The Supreme Court, while discussing the delays in the completion of real estate projects in Wg. Cdr. Arifur Rahman Khan and Aleya Sultana v Begur OMR Homes Pvt. Ltd, overturned an order of the National Consumer Disputes Redressal Commission (NCDRC) and held that flat buyers were entitled to “just” and “reasonable” compensation for gross delays by developers in handing over possession of homes.
The complaint before the NCDRC was instituted by 399 flat buyers who had booked residential flats at a project called Westend Heights in Bengaluru, which was to be developed by DLF Southern Homes (now known as Begur OMR Homes). The apartment buyer agreement (ABA) between the flat buyers and the developer indicated that the developer would “endeavour” (subject to timely payments by the flat buyers, and force majeure) to complete construction within a period of 36 months from the date of the agreement’s execution.
The developers failed to complete the construction within the time stipulated. Accordingly, the grievance was taken before the NCDRC, which dismissed the complaint, stating that there was no deficiency of service on the part of the developers, and the flat buyers were not entitled to compensation in excess of what was agreed upon.
On appeal to the Supreme Court, this approach of the NCDRC was disagreed upon and the court observed that there was a gross delay on the part of the developer in completing the construction. It further held that the delay constituted a deficiency in service by observing that this amounted to “a fault, shortcoming or inadequacy in the nature and manner of performance which has been undertaken to be performed in pursuance of the contract in relation to the service”.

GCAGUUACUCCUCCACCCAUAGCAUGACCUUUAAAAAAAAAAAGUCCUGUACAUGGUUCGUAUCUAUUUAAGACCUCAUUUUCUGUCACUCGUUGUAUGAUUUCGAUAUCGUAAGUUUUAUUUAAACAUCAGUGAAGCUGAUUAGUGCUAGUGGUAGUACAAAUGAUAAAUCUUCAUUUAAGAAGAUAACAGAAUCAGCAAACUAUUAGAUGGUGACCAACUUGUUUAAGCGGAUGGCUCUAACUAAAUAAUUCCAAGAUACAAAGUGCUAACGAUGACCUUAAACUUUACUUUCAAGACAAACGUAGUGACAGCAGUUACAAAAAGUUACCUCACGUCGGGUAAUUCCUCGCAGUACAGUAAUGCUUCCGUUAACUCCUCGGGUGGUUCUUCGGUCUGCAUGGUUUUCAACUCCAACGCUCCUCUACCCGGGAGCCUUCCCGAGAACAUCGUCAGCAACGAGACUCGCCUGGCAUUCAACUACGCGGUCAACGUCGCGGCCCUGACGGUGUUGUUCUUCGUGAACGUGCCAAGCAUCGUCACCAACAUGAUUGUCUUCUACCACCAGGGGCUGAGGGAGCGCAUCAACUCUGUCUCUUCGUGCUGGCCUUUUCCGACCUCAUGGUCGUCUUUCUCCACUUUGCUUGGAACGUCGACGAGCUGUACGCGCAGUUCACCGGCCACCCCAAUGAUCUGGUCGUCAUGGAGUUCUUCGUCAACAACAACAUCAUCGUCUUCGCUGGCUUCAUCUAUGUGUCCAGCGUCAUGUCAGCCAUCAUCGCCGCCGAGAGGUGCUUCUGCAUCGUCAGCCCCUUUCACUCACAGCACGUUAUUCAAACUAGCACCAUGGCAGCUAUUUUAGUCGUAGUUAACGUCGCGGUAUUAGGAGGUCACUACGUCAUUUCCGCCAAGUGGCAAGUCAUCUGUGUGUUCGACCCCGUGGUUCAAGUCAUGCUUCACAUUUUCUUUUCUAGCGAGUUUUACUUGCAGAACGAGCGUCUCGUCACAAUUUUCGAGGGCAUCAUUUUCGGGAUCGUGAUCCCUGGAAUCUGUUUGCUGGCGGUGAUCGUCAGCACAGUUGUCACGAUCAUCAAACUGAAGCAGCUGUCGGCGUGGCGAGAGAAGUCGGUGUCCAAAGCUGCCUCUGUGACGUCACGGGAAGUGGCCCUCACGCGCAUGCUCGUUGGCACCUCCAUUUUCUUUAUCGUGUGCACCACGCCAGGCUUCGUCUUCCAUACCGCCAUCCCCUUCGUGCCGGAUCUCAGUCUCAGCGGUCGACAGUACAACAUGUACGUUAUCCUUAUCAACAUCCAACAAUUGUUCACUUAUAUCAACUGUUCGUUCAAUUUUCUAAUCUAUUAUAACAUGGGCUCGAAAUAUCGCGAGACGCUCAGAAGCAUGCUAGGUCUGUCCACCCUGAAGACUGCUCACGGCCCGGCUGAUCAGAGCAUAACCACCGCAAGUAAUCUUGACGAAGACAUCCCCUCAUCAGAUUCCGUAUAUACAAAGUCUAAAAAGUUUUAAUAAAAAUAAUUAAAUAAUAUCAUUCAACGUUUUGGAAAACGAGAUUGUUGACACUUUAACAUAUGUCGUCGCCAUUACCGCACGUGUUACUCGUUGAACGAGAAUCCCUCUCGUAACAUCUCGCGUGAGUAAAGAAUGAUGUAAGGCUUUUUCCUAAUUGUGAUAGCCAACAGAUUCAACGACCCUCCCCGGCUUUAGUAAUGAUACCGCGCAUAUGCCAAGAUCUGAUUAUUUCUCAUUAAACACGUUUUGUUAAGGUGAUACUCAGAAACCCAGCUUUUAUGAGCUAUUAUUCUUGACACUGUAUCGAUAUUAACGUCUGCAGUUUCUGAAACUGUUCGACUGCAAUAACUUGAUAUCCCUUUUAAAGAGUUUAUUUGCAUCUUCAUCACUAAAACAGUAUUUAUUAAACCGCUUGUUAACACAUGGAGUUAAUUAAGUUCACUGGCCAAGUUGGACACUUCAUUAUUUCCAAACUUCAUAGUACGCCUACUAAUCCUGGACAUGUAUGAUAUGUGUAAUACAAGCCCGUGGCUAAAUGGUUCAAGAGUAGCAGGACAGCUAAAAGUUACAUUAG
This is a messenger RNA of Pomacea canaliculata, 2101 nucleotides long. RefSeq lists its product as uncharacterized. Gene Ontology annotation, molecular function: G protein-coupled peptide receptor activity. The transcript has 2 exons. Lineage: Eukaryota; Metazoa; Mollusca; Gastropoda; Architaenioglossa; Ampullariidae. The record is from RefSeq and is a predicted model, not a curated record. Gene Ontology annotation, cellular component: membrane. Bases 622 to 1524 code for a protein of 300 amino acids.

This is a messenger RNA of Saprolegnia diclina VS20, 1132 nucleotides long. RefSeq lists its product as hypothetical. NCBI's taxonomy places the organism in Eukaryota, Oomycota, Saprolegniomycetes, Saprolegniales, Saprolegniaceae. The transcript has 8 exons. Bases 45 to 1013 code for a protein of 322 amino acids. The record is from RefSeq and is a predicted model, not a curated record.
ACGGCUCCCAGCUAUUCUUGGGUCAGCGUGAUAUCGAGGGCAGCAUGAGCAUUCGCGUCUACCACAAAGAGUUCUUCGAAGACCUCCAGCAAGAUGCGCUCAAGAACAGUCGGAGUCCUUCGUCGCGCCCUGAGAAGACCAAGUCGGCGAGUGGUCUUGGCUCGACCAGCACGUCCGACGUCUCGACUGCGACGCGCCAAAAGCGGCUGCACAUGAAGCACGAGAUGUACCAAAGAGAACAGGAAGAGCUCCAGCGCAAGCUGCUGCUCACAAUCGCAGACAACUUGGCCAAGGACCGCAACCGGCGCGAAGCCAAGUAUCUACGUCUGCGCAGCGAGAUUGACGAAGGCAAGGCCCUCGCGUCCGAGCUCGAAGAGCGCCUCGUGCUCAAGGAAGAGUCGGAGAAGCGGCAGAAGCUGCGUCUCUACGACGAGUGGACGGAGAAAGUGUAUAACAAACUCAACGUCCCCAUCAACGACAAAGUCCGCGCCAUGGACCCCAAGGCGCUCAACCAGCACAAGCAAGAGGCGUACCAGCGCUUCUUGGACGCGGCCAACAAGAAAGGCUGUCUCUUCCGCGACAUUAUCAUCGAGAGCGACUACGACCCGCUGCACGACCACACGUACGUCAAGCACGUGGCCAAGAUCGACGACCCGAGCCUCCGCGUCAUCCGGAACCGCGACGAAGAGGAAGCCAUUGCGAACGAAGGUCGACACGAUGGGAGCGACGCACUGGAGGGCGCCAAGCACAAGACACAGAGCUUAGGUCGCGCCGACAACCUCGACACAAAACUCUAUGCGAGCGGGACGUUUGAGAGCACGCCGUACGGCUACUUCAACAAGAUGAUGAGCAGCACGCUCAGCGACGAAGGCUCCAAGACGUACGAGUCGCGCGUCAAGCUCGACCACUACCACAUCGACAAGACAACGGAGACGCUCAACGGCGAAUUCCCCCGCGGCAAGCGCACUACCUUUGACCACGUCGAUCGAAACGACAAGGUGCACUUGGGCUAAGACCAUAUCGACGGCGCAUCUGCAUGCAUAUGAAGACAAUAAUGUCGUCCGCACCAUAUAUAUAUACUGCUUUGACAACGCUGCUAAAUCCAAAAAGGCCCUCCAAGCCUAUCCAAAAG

The court further went on to discuss the one-sided nature of the ABA, and how the same was unliterally drafted by the developer to protect its interests. The court refused to uphold the contention of the developer, as per which the flat buyers’ claims for compensation/relief were bound by, and could not exceed, the agreed rates specified in the ABA. It was held that while, ordinarily, the courts should hold the parties to their contractual bargain, it could not be oblivious to the one-sided nature of the ABAs, which were drafted as standard form contracts where a flat buyer, having unequal bargaining power, has little option but to sign on the dotted line.
The court further corrected the NCDRC’s observations and held that the execution of the deed of conveyance (sale deed) between a developer and a flat buyer does not preclude a consumer claim being raised by the buyer for delayed possession. This was noted as the flat buyers were given an option by the developer to either retain their right to pursue their claims, which implied a delayed handing over of possession/title, or alternatively to forego their claims and receive title to their respective flats.
Thus, in a strongly worded judgment, the court chose not to strictly construe the terms of the ABA, and empathized with the flat buyers who had put their hard earned money into a real estate project and pursued their way to a reasonable compensation for delay by the developers.
The Dispute Digest has been compiled by Numen Law Offices, a multi-disciplinary law firm with offices in New Delhi and Mumbai. The authors can be contacted at firstname.lastname@example.org. Readers should not act on the basis of this information without seeking professional legal advice.